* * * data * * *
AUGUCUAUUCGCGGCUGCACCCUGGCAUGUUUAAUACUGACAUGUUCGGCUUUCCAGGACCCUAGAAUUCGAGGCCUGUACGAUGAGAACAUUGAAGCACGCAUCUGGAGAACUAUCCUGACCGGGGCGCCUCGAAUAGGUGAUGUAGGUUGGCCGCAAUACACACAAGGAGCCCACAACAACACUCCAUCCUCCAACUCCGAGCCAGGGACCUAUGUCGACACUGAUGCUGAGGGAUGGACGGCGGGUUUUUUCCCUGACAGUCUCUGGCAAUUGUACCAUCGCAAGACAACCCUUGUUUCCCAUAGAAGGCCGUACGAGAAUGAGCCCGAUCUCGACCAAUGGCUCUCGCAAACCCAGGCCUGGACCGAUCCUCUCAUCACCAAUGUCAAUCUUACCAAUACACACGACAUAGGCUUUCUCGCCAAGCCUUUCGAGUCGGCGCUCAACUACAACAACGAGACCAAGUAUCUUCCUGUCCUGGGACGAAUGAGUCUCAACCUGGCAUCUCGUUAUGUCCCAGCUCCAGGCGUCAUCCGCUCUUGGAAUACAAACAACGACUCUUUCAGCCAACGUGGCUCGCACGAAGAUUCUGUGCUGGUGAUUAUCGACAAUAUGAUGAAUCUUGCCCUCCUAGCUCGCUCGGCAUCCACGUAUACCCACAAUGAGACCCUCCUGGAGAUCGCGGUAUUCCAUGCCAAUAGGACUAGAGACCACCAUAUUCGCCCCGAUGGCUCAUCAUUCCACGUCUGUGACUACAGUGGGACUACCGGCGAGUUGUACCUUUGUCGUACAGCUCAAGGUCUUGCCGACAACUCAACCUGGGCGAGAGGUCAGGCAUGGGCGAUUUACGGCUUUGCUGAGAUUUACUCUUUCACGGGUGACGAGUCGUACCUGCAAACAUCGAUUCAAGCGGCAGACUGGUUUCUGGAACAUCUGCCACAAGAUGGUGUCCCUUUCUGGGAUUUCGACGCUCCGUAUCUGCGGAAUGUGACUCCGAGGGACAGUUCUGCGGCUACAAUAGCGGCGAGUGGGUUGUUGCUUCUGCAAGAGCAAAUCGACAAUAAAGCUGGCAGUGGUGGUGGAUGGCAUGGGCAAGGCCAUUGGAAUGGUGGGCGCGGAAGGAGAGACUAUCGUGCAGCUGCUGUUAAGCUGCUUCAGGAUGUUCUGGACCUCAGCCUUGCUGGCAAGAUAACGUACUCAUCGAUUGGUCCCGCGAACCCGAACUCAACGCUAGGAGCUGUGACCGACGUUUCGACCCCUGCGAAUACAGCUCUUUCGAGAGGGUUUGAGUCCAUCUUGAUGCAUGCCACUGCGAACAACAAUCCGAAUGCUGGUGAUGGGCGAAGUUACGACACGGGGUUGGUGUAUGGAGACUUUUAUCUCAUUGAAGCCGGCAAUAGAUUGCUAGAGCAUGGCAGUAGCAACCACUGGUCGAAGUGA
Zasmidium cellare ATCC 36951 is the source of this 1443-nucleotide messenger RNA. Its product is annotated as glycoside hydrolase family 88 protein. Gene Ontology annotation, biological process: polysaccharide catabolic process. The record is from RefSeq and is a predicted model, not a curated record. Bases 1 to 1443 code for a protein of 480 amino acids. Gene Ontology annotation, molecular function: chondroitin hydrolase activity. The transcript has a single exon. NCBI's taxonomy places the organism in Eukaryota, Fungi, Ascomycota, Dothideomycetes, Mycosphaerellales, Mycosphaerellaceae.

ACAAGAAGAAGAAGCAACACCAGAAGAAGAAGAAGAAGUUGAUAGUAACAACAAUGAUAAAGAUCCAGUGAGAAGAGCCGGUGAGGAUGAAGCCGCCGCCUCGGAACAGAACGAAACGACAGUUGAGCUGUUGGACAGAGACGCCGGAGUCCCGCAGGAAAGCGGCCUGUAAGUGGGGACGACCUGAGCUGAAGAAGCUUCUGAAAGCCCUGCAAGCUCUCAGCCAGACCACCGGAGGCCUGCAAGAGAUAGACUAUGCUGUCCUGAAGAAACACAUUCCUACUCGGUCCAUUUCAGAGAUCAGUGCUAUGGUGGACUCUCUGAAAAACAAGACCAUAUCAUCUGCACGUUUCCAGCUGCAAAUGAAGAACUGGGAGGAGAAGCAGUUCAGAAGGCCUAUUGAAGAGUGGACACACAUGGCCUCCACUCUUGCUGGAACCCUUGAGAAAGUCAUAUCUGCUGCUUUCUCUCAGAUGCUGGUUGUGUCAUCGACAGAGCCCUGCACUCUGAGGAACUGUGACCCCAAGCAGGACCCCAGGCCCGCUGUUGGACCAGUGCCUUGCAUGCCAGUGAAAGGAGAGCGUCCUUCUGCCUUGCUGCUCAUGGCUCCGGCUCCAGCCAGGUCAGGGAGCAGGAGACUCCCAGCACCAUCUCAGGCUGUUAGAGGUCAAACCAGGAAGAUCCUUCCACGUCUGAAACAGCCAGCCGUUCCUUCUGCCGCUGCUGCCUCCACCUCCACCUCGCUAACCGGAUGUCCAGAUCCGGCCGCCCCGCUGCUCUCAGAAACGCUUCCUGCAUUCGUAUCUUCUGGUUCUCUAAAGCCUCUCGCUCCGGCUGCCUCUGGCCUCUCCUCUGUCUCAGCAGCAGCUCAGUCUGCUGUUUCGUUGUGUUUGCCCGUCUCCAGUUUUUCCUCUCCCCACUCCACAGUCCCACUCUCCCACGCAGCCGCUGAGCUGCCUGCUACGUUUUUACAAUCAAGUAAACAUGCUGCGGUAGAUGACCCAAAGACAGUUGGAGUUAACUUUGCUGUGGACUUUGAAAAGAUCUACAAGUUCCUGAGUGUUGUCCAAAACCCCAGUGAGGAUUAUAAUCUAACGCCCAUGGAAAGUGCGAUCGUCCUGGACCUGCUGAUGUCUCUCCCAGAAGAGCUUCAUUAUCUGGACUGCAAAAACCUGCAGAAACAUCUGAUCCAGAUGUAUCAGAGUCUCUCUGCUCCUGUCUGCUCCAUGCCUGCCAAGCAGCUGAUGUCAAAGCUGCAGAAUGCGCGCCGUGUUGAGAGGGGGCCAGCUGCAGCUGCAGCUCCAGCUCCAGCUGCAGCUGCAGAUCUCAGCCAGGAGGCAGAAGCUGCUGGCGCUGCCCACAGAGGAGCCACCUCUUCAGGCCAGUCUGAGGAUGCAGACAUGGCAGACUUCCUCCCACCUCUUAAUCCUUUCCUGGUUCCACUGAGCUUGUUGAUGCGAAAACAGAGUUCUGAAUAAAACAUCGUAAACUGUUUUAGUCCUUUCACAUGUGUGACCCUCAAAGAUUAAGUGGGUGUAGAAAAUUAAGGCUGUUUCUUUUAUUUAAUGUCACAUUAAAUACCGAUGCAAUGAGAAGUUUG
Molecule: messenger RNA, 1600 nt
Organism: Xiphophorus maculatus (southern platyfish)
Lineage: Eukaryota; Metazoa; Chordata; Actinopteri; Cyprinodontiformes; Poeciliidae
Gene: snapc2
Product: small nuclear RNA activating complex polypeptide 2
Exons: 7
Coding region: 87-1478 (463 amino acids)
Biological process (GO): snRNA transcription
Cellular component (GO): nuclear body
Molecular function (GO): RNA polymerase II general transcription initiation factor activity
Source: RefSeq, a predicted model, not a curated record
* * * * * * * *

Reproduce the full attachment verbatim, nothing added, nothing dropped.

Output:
AUGUCUAUUCGCGGCUGCACCCUGGCAUGUUUAAUACUGACAUGUUCGGCUUUCCAGGACCCUAGAAUUCGAGGCCUGUACGAUGAGAACAUUGAAGCACGCAUCUGGAGAACUAUCCUGACCGGGGCGCCUCGAAUAGGUGAUGUAGGUUGGCCGCAAUACACACAAGGAGCCCACAACAACACUCCAUCCUCCAACUCCGAGCCAGGGACCUAUGUCGACACUGAUGCUGAGGGAUGGACGGCGGGUUUUUUCCCUGACAGUCUCUGGCAAUUGUACCAUCGCAAGACAACCCUUGUUUCCCAUAGAAGGCCGUACGAGAAUGAGCCCGAUCUCGACCAAUGGCUCUCGCAAACCCAGGCCUGGACCGAUCCUCUCAUCACCAAUGUCAAUCUUACCAAUACACACGACAUAGGCUUUCUCGCCAAGCCUUUCGAGUCGGCGCUCAACUACAACAACGAGACCAAGUAUCUUCCUGUCCUGGGACGAAUGAGUCUCAACCUGGCAUCUCGUUAUGUCCCAGCUCCAGGCGUCAUCCGCUCUUGGAAUACAAACAACGACUCUUUCAGCCAACGUGGCUCGCACGAAGAUUCUGUGCUGGUGAUUAUCGACAAUAUGAUGAAUCUUGCCCUCCUAGCUCGCUCGGCAUCCACGUAUACCCACAAUGAGACCCUCCUGGAGAUCGCGGUAUUCCAUGCCAAUAGGACUAGAGACCACCAUAUUCGCCCCGAUGGCUCAUCAUUCCACGUCUGUGACUACAGUGGGACUACCGGCGAGUUGUACCUUUGUCGUACAGCUCAAGGUCUUGCCGACAACUCAACCUGGGCGAGAGGUCAGGCAUGGGCGAUUUACGGCUUUGCUGAGAUUUACUCUUUCACGGGUGACGAGUCGUACCUGCAAACAUCGAUUCAAGCGGCAGACUGGUUUCUGGAACAUCUGCCACAAGAUGGUGUCCCUUUCUGGGAUUUCGACGCUCCGUAUCUGCGGAAUGUGACUCCGAGGGACAGUUCUGCGGCUACAAUAGCGGCGAGUGGGUUGUUGCUUCUGCAAGAGCAAAUCGACAAUAAAGCUGGCAGUGGUGGUGGAUGGCAUGGGCAAGGCCAUUGGAAUGGUGGGCGCGGAAGGAGAGACUAUCGUGCAGCUGCUGUUAAGCUGCUUCAGGAUGUUCUGGACCUCAGCCUUGCUGGCAAGAUAACGUACUCAUCGAUUGGUCCCGCGAACCCGAACUCAACGCUAGGAGCUGUGACCGACGUUUCGACCCCUGCGAAUACAGCUCUUUCGAGAGGGUUUGAGUCCAUCUUGAUGCAUGCCACUGCGAACAACAAUCCGAAUGCUGGUGAUGGGCGAAGUUACGACACGGGGUUGGUGUAUGGAGACUUUUAUCUCAUUGAAGCCGGCAAUAGAUUGCUAGAGCAUGGCAGUAGCAACCACUGGUCGAAGUGA
Zasmidium cellare ATCC 36951 is the source of this 1443-nucleotide messenger RNA. Its product is annotated as glycoside hydrolase family 88 protein. Gene Ontology annotation, biological process: polysaccharide catabolic process. The record is from RefSeq and is a predicted model, not a curated record. Bases 1 to 1443 code for a protein of 480 amino acids. Gene Ontology annotation, molecular function: chondroitin hydrolase activity. The transcript has a single exon. NCBI's taxonomy places the organism in Eukaryota, Fungi, Ascomycota, Dothideomycetes, Mycosphaerellales, Mycosphaerellaceae.

ACAAGAAGAAGAAGCAACACCAGAAGAAGAAGAAGAAGUUGAUAGUAACAACAAUGAUAAAGAUCCAGUGAGAAGAGCCGGUGAGGAUGAAGCCGCCGCCUCGGAACAGAACGAAACGACAGUUGAGCUGUUGGACAGAGACGCCGGAGUCCCGCAGGAAAGCGGCCUGUAAGUGGGGACGACCUGAGCUGAAGAAGCUUCUGAAAGCCCUGCAAGCUCUCAGCCAGACCACCGGAGGCCUGCAAGAGAUAGACUAUGCUGUCCUGAAGAAACACAUUCCUACUCGGUCCAUUUCAGAGAUCAGUGCUAUGGUGGACUCUCUGAAAAACAAGACCAUAUCAUCUGCACGUUUCCAGCUGCAAAUGAAGAACUGGGAGGAGAAGCAGUUCAGAAGGCCUAUUGAAGAGUGGACACACAUGGCCUCCACUCUUGCUGGAACCCUUGAGAAAGUCAUAUCUGCUGCUUUCUCUCAGAUGCUGGUUGUGUCAUCGACAGAGCCCUGCACUCUGAGGAACUGUGACCCCAAGCAGGACCCCAGGCCCGCUGUUGGACCAGUGCCUUGCAUGCCAGUGAAAGGAGAGCGUCCUUCUGCCUUGCUGCUCAUGGCUCCGGCUCCAGCCAGGUCAGGGAGCAGGAGACUCCCAGCACCAUCUCAGGCUGUUAGAGGUCAAACCAGGAAGAUCCUUCCACGUCUGAAACAGCCAGCCGUUCCUUCUGCCGCUGCUGCCUCCACCUCCACCUCGCUAACCGGAUGUCCAGAUCCGGCCGCCCCGCUGCUCUCAGAAACGCUUCCUGCAUUCGUAUCUUCUGGUUCUCUAAAGCCUCUCGCUCCGGCUGCCUCUGGCCUCUCCUCUGUCUCAGCAGCAGCUCAGUCUGCUGUUUCGUUGUGUUUGCCCGUCUCCAGUUUUUCCUCUCCCCACUCCACAGUCCCACUCUCCCACGCAGCCGCUGAGCUGCCUGCUACGUUUUUACAAUCAAGUAAACAUGCUGCGGUAGAUGACCCAAAGACAGUUGGAGUUAACUUUGCUGUGGACUUUGAAAAGAUCUACAAGUUCCUGAGUGUUGUCCAAAACCCCAGUGAGGAUUAUAAUCUAACGCCCAUGGAAAGUGCGAUCGUCCUGGACCUGCUGAUGUCUCUCCCAGAAGAGCUUCAUUAUCUGGACUGCAAAAACCUGCAGAAACAUCUGAUCCAGAUGUAUCAGAGUCUCUCUGCUCCUGUCUGCUCCAUGCCUGCCAAGCAGCUGAUGUCAAAGCUGCAGAAUGCGCGCCGUGUUGAGAGGGGGCCAGCUGCAGCUGCAGCUCCAGCUCCAGCUGCAGCUGCAGAUCUCAGCCAGGAGGCAGAAGCUGCUGGCGCUGCCCACAGAGGAGCCACCUCUUCAGGCCAGUCUGAGGAUGCAGACAUGGCAGACUUCCUCCCACCUCUUAAUCCUUUCCUGGUUCCACUGAGCUUGUUGAUGCGAAAACAGAGUUCUGAAUAAAACAUCGUAAACUGUUUUAGUCCUUUCACAUGUGUGACCCUCAAAGAUUAAGUGGGUGUAGAAAAUUAAGGCUGUUUCUUUUAUUUAAUGUCACAUUAAAUACCGAUGCAAUGAGAAGUUUG
Molecule: messenger RNA, 1600 nt
Organism: Xiphophorus maculatus (southern platyfish)
Lineage: Eukaryota; Metazoa; Chordata; Actinopteri; Cyprinodontiformes; Poeciliidae
Gene: snapc2
Product: small nuclear RNA activating complex polypeptide 2
Exons: 7
Coding region: 87-1478 (463 amino acids)
Biological process (GO): snRNA transcription
Cellular component (GO): nuclear body
Molecular function (GO): RNA polymerase II general transcription initiation factor activity
Source: RefSeq, a predicted model, not a curated record